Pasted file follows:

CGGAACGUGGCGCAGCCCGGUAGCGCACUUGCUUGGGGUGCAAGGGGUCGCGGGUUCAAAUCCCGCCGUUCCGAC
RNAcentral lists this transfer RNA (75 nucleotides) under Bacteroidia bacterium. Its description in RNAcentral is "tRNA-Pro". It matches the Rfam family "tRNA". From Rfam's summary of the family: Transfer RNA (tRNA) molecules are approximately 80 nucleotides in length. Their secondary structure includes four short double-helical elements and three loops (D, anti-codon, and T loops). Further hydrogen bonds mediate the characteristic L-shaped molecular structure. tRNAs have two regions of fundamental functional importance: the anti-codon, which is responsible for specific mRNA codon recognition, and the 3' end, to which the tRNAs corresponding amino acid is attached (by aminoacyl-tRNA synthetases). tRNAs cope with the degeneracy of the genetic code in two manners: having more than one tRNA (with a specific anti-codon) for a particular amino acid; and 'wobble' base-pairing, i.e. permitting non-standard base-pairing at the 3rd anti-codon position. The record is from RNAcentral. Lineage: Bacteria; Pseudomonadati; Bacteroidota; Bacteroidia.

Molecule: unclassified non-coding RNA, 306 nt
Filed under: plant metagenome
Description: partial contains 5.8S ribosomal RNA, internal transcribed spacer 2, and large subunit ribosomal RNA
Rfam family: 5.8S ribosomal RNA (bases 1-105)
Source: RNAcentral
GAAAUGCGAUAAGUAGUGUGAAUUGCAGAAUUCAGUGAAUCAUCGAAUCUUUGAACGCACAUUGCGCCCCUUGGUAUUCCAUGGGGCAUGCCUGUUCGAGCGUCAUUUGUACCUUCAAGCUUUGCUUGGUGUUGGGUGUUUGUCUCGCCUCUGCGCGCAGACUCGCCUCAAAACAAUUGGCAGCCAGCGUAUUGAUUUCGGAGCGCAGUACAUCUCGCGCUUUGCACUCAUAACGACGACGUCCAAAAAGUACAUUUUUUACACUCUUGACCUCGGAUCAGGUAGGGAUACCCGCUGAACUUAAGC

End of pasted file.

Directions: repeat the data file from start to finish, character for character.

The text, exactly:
CGGAACGUGGCGCAGCCCGGUAGCGCACUUGCUUGGGGUGCAAGGGGUCGCGGGUUCAAAUCCCGCCGUUCCGAC
RNAcentral lists this transfer RNA (75 nucleotides) under Bacteroidia bacterium. Its description in RNAcentral is "tRNA-Pro". It matches the Rfam family "tRNA". From Rfam's summary of the family: Transfer RNA (tRNA) molecules are approximately 80 nucleotides in length. Their secondary structure includes four short double-helical elements and three loops (D, anti-codon, and T loops). Further hydrogen bonds mediate the characteristic L-shaped molecular structure. tRNAs have two regions of fundamental functional importance: the anti-codon, which is responsible for specific mRNA codon recognition, and the 3' end, to which the tRNAs corresponding amino acid is attached (by aminoacyl-tRNA synthetases). tRNAs cope with the degeneracy of the genetic code in two manners: having more than one tRNA (with a specific anti-codon) for a particular amino acid; and 'wobble' base-pairing, i.e. permitting non-standard base-pairing at the 3rd anti-codon position. The record is from RNAcentral. Lineage: Bacteria; Pseudomonadati; Bacteroidota; Bacteroidia.

Molecule: unclassified non-coding RNA, 306 nt
Filed under: plant metagenome
Description: partial contains 5.8S ribosomal RNA, internal transcribed spacer 2, and large subunit ribosomal RNA
Rfam family: 5.8S ribosomal RNA (bases 1-105)
Source: RNAcentral
GAAAUGCGAUAAGUAGUGUGAAUUGCAGAAUUCAGUGAAUCAUCGAAUCUUUGAACGCACAUUGCGCCCCUUGGUAUUCCAUGGGGCAUGCCUGUUCGAGCGUCAUUUGUACCUUCAAGCUUUGCUUGGUGUUGGGUGUUUGUCUCGCCUCUGCGCGCAGACUCGCCUCAAAACAAUUGGCAGCCAGCGUAUUGAUUUCGGAGCGCAGUACAUCUCGCGCUUUGCACUCAUAACGACGACGUCCAAAAAGUACAUUUUUUACACUCUUGACCUCGGAUCAGGUAGGGAUACCCGCUGAACUUAAGC